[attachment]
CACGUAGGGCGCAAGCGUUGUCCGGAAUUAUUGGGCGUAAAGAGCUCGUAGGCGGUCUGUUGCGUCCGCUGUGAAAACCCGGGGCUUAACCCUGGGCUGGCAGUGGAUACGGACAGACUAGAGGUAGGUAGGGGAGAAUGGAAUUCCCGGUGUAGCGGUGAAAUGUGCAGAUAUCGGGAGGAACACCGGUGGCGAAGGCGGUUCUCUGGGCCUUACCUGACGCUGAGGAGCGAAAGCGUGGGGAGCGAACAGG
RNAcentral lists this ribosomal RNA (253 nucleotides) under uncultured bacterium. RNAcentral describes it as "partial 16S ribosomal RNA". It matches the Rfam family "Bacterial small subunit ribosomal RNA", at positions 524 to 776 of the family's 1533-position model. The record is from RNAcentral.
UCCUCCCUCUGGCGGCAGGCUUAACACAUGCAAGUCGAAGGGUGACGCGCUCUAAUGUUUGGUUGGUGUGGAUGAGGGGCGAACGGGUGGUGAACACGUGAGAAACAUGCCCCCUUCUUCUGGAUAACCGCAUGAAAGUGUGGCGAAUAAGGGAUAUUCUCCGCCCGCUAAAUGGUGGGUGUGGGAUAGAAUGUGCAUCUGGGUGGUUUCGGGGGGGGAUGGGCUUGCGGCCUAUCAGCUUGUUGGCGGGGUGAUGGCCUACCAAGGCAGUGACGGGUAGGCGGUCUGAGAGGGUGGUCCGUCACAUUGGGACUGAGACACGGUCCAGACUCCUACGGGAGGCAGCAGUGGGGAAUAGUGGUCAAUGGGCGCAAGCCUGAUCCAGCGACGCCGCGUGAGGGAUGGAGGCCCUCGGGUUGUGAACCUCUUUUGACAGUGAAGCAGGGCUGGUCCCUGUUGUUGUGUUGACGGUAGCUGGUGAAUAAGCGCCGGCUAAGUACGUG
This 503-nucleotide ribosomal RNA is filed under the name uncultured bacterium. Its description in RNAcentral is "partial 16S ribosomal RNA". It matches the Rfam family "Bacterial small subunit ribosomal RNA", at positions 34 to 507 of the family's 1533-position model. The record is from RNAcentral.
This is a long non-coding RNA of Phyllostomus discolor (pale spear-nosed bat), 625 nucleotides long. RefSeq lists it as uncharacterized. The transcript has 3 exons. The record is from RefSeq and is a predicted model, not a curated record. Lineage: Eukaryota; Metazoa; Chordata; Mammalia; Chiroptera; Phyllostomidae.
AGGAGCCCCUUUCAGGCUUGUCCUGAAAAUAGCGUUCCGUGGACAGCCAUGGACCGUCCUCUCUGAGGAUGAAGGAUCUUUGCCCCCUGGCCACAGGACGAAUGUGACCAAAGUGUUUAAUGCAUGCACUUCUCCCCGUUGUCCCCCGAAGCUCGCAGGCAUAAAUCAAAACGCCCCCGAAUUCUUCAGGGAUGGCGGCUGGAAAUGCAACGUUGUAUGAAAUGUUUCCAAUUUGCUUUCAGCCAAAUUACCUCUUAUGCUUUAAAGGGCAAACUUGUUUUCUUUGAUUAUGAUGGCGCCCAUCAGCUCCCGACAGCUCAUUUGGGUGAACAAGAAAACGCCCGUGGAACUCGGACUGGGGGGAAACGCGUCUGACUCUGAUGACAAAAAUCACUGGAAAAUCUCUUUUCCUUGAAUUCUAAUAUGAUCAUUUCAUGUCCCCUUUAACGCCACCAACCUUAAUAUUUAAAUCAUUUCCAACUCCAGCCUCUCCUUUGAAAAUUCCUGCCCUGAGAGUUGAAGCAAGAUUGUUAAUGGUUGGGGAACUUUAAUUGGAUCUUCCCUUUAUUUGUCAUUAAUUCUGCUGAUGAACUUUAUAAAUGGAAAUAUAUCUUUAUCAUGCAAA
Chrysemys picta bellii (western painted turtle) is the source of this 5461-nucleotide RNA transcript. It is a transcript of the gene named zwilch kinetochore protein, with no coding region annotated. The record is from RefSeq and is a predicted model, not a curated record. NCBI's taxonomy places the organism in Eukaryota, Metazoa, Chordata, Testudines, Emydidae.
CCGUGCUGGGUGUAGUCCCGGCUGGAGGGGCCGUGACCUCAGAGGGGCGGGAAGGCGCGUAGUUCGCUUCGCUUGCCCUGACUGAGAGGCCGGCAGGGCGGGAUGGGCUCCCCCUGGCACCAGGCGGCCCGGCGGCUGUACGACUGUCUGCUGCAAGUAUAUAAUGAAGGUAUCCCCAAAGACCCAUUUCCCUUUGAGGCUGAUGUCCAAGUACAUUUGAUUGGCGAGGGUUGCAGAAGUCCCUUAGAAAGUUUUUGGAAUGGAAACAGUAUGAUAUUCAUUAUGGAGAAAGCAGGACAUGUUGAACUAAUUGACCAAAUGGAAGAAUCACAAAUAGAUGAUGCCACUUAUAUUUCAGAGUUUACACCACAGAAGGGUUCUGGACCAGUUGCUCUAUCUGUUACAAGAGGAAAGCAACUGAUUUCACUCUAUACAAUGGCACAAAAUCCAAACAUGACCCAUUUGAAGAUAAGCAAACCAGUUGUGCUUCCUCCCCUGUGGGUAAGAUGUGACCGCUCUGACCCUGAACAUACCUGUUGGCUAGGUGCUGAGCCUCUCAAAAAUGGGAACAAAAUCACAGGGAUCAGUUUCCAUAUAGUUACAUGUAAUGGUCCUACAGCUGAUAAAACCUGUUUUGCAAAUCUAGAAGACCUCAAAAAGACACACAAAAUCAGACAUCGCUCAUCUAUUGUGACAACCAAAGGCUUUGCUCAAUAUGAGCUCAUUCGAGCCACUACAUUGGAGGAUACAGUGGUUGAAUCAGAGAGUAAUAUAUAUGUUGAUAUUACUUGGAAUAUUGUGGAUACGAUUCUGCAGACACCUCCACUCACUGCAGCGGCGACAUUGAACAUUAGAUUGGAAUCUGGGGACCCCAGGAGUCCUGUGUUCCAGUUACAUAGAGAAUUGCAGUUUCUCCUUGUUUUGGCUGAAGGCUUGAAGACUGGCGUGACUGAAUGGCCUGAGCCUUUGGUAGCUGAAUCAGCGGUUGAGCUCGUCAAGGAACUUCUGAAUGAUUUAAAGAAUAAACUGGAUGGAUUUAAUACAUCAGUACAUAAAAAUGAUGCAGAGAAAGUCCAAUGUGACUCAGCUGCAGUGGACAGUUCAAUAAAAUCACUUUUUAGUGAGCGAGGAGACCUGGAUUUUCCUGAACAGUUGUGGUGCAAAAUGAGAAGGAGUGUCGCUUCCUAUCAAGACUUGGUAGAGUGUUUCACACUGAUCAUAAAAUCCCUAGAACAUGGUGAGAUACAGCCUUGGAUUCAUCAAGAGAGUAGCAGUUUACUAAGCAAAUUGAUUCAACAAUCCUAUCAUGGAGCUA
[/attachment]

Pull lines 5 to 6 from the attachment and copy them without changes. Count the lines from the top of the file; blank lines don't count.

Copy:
This is a long non-coding RNA of Phyllostomus discolor (pale spear-nosed bat), 625 nucleotides long. RefSeq lists it as uncharacterized. The transcript has 3 exons. The record is from RefSeq and is a predicted model, not a curated record. Lineage: Eukaryota; Metazoa; Chordata; Mammalia; Chiroptera; Phyllostomidae.
AGGAGCCCCUUUCAGGCUUGUCCUGAAAAUAGCGUUCCGUGGACAGCCAUGGACCGUCCUCUCUGAGGAUGAAGGAUCUUUGCCCCCUGGCCACAGGACGAAUGUGACCAAAGUGUUUAAUGCAUGCACUUCUCCCCGUUGUCCCCCGAAGCUCGCAGGCAUAAAUCAAAACGCCCCCGAAUUCUUCAGGGAUGGCGGCUGGAAAUGCAACGUUGUAUGAAAUGUUUCCAAUUUGCUUUCAGCCAAAUUACCUCUUAUGCUUUAAAGGGCAAACUUGUUUUCUUUGAUUAUGAUGGCGCCCAUCAGCUCCCGACAGCUCAUUUGGGUGAACAAGAAAACGCCCGUGGAACUCGGACUGGGGGGAAACGCGUCUGACUCUGAUGACAAAAAUCACUGGAAAAUCUCUUUUCCUUGAAUUCUAAUAUGAUCAUUUCAUGUCCCCUUUAACGCCACCAACCUUAAUAUUUAAAUCAUUUCCAACUCCAGCCUCUCCUUUGAAAAUUCCUGCCCUGAGAGUUGAAGCAAGAUUGUUAAUGGUUGGGGAACUUUAAUUGGAUCUUCCCUUUAUUUGUCAUUAAUUCUGCUGAUGAACUUUAUAAAUGGAAAUAUAUCUUUAUCAUGCAAA